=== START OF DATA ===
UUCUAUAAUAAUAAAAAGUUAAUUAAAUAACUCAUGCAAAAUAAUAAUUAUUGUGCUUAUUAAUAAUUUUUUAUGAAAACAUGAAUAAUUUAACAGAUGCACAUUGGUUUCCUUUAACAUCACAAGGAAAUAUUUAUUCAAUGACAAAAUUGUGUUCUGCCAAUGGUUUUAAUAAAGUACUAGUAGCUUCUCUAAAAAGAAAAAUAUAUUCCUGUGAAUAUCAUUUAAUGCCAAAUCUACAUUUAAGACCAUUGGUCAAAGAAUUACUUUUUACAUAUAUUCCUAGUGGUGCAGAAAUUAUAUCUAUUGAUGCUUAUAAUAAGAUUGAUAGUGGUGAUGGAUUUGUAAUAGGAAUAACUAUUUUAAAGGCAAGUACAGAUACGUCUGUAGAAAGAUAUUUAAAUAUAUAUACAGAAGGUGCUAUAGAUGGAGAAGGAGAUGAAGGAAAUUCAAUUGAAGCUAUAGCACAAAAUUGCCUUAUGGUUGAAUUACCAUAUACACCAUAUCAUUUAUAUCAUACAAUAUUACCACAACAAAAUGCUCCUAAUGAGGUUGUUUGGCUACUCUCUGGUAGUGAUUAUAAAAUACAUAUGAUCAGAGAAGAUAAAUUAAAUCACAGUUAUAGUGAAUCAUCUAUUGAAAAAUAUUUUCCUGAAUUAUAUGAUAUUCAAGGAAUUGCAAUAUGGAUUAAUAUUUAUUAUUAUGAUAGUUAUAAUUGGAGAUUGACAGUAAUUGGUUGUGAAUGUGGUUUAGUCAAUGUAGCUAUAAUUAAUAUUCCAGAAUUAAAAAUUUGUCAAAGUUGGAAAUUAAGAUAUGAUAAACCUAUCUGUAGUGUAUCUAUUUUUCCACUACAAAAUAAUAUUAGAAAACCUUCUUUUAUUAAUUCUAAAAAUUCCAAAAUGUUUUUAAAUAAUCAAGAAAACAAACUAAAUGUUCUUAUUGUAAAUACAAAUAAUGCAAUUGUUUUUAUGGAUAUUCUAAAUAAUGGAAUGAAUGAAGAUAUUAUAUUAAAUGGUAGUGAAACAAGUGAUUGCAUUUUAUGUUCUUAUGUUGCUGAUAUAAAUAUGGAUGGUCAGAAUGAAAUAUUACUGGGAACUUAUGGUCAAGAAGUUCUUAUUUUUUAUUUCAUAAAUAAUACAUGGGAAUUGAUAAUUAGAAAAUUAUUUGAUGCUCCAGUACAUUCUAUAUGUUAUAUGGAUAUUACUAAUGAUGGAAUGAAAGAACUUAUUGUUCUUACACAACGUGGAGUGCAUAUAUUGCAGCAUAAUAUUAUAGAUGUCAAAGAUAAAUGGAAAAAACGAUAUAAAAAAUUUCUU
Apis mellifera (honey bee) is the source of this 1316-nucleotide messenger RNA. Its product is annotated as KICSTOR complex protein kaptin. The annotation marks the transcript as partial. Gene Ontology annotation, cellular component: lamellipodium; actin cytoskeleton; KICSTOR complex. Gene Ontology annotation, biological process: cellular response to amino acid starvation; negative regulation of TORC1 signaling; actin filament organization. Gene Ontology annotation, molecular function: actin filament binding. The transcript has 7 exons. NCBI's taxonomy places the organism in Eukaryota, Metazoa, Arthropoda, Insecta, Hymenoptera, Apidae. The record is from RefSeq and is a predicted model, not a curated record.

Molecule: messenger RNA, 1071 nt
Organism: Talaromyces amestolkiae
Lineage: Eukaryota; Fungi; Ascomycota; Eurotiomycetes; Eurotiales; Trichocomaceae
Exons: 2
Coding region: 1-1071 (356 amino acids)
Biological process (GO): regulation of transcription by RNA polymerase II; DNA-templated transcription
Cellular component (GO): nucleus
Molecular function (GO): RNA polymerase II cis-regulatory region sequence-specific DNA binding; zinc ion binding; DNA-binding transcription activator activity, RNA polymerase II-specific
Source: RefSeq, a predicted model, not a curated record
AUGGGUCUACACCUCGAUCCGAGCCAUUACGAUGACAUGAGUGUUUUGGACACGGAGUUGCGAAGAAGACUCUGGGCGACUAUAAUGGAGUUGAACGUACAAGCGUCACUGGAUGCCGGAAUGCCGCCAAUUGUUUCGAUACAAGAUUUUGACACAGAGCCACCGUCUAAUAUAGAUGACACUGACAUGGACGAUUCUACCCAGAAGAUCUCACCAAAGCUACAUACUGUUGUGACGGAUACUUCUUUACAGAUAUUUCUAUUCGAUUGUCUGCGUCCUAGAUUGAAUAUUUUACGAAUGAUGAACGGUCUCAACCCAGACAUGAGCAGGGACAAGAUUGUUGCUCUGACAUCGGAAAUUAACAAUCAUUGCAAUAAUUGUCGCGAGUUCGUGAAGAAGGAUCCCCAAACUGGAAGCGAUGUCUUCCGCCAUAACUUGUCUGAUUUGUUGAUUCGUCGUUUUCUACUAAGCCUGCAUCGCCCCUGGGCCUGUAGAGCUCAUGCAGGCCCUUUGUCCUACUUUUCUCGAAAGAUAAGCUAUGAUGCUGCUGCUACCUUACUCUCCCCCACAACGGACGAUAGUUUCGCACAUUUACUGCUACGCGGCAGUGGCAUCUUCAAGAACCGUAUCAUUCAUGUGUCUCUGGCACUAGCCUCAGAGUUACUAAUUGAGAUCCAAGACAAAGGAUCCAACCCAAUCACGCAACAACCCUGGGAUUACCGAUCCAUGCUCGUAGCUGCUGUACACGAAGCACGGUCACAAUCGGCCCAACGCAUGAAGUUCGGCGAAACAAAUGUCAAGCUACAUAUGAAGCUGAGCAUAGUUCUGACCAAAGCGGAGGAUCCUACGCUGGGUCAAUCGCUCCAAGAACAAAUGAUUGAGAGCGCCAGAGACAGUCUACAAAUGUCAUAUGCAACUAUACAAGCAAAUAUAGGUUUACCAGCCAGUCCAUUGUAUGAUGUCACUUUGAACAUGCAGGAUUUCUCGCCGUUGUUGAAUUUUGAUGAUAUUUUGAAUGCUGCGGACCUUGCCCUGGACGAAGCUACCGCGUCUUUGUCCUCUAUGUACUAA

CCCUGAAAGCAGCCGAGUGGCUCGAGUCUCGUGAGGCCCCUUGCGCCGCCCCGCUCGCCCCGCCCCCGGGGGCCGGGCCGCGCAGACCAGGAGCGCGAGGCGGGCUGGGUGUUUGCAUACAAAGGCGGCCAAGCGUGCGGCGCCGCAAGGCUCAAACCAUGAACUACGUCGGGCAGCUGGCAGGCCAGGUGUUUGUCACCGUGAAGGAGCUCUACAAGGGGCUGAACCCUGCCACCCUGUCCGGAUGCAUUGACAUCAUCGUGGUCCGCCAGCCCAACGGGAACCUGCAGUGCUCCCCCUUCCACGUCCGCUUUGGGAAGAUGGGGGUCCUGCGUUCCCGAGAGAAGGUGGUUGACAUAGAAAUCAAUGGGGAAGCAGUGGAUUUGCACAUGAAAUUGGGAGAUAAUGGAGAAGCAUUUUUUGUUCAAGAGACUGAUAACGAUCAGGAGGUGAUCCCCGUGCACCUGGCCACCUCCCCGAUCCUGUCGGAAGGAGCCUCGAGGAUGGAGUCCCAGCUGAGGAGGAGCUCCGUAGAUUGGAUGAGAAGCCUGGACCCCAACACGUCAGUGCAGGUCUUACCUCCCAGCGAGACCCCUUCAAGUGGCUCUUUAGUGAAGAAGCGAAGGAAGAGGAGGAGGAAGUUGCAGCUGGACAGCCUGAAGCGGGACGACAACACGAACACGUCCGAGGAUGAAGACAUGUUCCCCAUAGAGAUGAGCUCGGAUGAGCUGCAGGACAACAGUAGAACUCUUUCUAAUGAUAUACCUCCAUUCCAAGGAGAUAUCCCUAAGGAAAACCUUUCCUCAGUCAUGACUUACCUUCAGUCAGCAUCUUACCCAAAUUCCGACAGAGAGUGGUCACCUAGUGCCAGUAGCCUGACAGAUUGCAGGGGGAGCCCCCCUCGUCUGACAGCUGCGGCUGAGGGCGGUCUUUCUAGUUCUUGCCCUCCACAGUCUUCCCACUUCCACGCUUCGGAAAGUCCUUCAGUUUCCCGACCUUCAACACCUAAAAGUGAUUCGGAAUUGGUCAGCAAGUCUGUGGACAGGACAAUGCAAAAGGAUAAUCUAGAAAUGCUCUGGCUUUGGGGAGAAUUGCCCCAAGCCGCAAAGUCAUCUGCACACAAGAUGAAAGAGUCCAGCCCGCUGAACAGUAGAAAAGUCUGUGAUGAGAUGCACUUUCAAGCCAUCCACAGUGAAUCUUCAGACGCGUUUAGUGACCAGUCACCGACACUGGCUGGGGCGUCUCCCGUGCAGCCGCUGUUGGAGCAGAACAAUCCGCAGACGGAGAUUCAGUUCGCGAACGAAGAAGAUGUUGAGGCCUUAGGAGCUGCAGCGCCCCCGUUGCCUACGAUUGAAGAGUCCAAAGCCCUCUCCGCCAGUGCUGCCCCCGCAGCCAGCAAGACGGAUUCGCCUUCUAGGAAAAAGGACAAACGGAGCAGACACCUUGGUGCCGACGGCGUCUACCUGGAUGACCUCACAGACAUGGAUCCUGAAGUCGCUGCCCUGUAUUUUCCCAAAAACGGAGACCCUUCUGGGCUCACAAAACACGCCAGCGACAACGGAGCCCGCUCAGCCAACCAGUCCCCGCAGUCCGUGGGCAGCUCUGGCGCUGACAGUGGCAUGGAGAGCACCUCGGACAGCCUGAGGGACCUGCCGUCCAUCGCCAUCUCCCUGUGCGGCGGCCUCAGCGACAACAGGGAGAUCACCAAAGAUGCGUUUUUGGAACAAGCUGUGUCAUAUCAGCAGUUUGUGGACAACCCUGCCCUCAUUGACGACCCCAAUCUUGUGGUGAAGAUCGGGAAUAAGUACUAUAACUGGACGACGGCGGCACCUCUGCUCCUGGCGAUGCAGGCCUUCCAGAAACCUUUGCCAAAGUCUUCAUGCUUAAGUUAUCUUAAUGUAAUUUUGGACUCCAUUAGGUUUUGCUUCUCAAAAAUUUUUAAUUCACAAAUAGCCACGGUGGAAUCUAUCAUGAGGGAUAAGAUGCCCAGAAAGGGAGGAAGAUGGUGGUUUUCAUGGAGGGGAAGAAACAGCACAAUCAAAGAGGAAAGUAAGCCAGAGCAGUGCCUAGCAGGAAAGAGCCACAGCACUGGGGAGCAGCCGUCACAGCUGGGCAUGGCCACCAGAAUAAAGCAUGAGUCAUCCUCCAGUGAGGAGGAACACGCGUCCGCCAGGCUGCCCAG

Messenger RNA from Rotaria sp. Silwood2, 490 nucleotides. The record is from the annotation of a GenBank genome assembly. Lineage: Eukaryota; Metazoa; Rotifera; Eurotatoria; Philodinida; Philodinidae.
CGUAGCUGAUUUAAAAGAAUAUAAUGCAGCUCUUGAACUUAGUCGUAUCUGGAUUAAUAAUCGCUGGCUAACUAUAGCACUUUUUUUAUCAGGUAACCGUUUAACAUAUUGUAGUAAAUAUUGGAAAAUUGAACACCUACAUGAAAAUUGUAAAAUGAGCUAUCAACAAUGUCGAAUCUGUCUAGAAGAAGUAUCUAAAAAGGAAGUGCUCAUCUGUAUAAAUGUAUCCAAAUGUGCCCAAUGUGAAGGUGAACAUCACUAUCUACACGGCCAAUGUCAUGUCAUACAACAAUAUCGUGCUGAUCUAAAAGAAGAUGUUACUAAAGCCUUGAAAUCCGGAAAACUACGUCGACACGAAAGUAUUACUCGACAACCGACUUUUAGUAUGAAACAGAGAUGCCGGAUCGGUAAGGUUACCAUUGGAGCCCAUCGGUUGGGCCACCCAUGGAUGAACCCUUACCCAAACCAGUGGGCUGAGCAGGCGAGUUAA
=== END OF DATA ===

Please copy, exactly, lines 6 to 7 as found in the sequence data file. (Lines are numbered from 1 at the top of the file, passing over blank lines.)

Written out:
Exons: 2
Coding region: 1-1071 (356 amino acids)